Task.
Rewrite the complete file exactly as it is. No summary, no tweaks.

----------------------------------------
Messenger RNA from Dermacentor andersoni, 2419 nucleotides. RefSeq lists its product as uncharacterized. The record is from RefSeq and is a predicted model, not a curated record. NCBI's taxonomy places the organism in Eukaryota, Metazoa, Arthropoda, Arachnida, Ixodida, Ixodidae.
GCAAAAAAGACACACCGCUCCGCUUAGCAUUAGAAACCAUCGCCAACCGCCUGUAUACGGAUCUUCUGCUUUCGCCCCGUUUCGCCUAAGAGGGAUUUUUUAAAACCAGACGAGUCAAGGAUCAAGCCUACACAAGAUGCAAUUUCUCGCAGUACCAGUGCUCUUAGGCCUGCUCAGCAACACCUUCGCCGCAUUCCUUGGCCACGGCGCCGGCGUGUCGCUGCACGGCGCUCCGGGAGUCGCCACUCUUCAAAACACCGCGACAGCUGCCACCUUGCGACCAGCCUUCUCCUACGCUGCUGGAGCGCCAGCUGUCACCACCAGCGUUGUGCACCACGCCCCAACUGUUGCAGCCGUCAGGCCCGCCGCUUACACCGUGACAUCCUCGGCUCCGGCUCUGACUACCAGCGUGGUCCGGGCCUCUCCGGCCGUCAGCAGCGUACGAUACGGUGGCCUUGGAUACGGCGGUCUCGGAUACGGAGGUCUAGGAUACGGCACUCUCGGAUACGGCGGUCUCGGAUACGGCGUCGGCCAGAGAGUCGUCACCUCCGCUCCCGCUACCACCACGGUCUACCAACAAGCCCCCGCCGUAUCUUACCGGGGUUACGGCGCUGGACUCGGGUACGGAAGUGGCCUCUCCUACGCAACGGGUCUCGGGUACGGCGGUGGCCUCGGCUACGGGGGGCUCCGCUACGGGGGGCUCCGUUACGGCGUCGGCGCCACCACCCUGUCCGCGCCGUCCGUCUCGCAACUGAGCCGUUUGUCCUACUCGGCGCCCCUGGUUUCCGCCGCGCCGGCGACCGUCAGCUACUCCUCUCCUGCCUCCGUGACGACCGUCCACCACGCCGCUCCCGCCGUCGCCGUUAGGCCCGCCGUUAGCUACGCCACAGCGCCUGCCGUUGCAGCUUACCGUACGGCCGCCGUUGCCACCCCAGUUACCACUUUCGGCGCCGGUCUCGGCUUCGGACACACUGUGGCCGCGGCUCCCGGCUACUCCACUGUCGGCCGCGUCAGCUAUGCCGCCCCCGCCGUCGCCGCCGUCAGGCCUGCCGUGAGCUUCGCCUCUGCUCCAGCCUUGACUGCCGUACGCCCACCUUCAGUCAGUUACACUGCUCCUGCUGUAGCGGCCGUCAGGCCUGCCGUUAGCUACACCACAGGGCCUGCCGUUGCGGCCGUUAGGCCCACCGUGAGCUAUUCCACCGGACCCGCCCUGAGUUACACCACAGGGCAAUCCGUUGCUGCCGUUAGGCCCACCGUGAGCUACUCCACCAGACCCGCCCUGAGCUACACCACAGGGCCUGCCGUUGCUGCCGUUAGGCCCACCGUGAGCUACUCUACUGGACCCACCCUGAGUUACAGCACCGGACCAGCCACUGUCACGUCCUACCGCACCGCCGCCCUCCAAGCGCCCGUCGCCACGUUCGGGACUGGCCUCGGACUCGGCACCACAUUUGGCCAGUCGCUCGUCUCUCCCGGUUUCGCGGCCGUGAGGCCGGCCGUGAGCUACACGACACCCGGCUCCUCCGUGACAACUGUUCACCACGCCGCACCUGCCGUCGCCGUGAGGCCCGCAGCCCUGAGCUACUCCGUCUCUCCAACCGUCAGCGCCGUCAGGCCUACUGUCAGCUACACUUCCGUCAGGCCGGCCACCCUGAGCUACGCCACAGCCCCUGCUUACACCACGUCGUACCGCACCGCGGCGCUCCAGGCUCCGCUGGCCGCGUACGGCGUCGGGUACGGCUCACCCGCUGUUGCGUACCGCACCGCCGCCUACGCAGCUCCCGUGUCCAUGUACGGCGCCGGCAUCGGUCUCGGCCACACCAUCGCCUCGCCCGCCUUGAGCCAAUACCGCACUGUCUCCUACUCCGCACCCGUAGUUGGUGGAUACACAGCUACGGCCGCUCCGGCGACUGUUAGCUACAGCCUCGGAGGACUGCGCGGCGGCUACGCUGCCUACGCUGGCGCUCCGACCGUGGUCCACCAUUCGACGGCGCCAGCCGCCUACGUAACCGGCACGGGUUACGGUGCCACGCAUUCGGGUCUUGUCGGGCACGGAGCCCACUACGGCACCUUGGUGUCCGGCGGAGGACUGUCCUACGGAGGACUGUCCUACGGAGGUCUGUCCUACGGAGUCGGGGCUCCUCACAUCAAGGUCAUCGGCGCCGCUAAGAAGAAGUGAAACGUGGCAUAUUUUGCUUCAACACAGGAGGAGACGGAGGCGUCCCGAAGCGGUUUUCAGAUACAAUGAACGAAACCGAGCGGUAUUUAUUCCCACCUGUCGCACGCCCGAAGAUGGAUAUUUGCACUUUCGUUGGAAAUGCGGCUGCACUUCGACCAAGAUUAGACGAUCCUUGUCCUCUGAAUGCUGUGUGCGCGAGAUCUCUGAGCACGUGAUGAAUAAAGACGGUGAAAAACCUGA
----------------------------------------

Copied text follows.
Messenger RNA from Dermacentor andersoni, 2419 nucleotides. RefSeq lists its product as uncharacterized. The record is from RefSeq and is a predicted model, not a curated record. NCBI's taxonomy places the organism in Eukaryota, Metazoa, Arthropoda, Arachnida, Ixodida, Ixodidae.
GCAAAAAAGACACACCGCUCCGCUUAGCAUUAGAAACCAUCGCCAACCGCCUGUAUACGGAUCUUCUGCUUUCGCCCCGUUUCGCCUAAGAGGGAUUUUUUAAAACCAGACGAGUCAAGGAUCAAGCCUACACAAGAUGCAAUUUCUCGCAGUACCAGUGCUCUUAGGCCUGCUCAGCAACACCUUCGCCGCAUUCCUUGGCCACGGCGCCGGCGUGUCGCUGCACGGCGCUCCGGGAGUCGCCACUCUUCAAAACACCGCGACAGCUGCCACCUUGCGACCAGCCUUCUCCUACGCUGCUGGAGCGCCAGCUGUCACCACCAGCGUUGUGCACCACGCCCCAACUGUUGCAGCCGUCAGGCCCGCCGCUUACACCGUGACAUCCUCGGCUCCGGCUCUGACUACCAGCGUGGUCCGGGCCUCUCCGGCCGUCAGCAGCGUACGAUACGGUGGCCUUGGAUACGGCGGUCUCGGAUACGGAGGUCUAGGAUACGGCACUCUCGGAUACGGCGGUCUCGGAUACGGCGUCGGCCAGAGAGUCGUCACCUCCGCUCCCGCUACCACCACGGUCUACCAACAAGCCCCCGCCGUAUCUUACCGGGGUUACGGCGCUGGACUCGGGUACGGAAGUGGCCUCUCCUACGCAACGGGUCUCGGGUACGGCGGUGGCCUCGGCUACGGGGGGCUCCGCUACGGGGGGCUCCGUUACGGCGUCGGCGCCACCACCCUGUCCGCGCCGUCCGUCUCGCAACUGAGCCGUUUGUCCUACUCGGCGCCCCUGGUUUCCGCCGCGCCGGCGACCGUCAGCUACUCCUCUCCUGCCUCCGUGACGACCGUCCACCACGCCGCUCCCGCCGUCGCCGUUAGGCCCGCCGUUAGCUACGCCACAGCGCCUGCCGUUGCAGCUUACCGUACGGCCGCCGUUGCCACCCCAGUUACCACUUUCGGCGCCGGUCUCGGCUUCGGACACACUGUGGCCGCGGCUCCCGGCUACUCCACUGUCGGCCGCGUCAGCUAUGCCGCCCCCGCCGUCGCCGCCGUCAGGCCUGCCGUGAGCUUCGCCUCUGCUCCAGCCUUGACUGCCGUACGCCCACCUUCAGUCAGUUACACUGCUCCUGCUGUAGCGGCCGUCAGGCCUGCCGUUAGCUACACCACAGGGCCUGCCGUUGCGGCCGUUAGGCCCACCGUGAGCUAUUCCACCGGACCCGCCCUGAGUUACACCACAGGGCAAUCCGUUGCUGCCGUUAGGCCCACCGUGAGCUACUCCACCAGACCCGCCCUGAGCUACACCACAGGGCCUGCCGUUGCUGCCGUUAGGCCCACCGUGAGCUACUCUACUGGACCCACCCUGAGUUACAGCACCGGACCAGCCACUGUCACGUCCUACCGCACCGCCGCCCUCCAAGCGCCCGUCGCCACGUUCGGGACUGGCCUCGGACUCGGCACCACAUUUGGCCAGUCGCUCGUCUCUCCCGGUUUCGCGGCCGUGAGGCCGGCCGUGAGCUACACGACACCCGGCUCCUCCGUGACAACUGUUCACCACGCCGCACCUGCCGUCGCCGUGAGGCCCGCAGCCCUGAGCUACUCCGUCUCUCCAACCGUCAGCGCCGUCAGGCCUACUGUCAGCUACACUUCCGUCAGGCCGGCCACCCUGAGCUACGCCACAGCCCCUGCUUACACCACGUCGUACCGCACCGCGGCGCUCCAGGCUCCGCUGGCCGCGUACGGCGUCGGGUACGGCUCACCCGCUGUUGCGUACCGCACCGCCGCCUACGCAGCUCCCGUGUCCAUGUACGGCGCCGGCAUCGGUCUCGGCCACACCAUCGCCUCGCCCGCCUUGAGCCAAUACCGCACUGUCUCCUACUCCGCACCCGUAGUUGGUGGAUACACAGCUACGGCCGCUCCGGCGACUGUUAGCUACAGCCUCGGAGGACUGCGCGGCGGCUACGCUGCCUACGCUGGCGCUCCGACCGUGGUCCACCAUUCGACGGCGCCAGCCGCCUACGUAACCGGCACGGGUUACGGUGCCACGCAUUCGGGUCUUGUCGGGCACGGAGCCCACUACGGCACCUUGGUGUCCGGCGGAGGACUGUCCUACGGAGGACUGUCCUACGGAGGUCUGUCCUACGGAGUCGGGGCUCCUCACAUCAAGGUCAUCGGCGCCGCUAAGAAGAAGUGAAACGUGGCAUAUUUUGCUUCAACACAGGAGGAGACGGAGGCGUCCCGAAGCGGUUUUCAGAUACAAUGAACGAAACCGAGCGGUAUUUAUUCCCACCUGUCGCACGCCCGAAGAUGGAUAUUUGCACUUUCGUUGGAAAUGCGGCUGCACUUCGACCAAGAUUAGACGAUCCUUGUCCUCUGAAUGCUGUGUGCGCGAGAUCUCUGAGCACGUGAUGAAUAAAGACGGUGAAAAACCUGA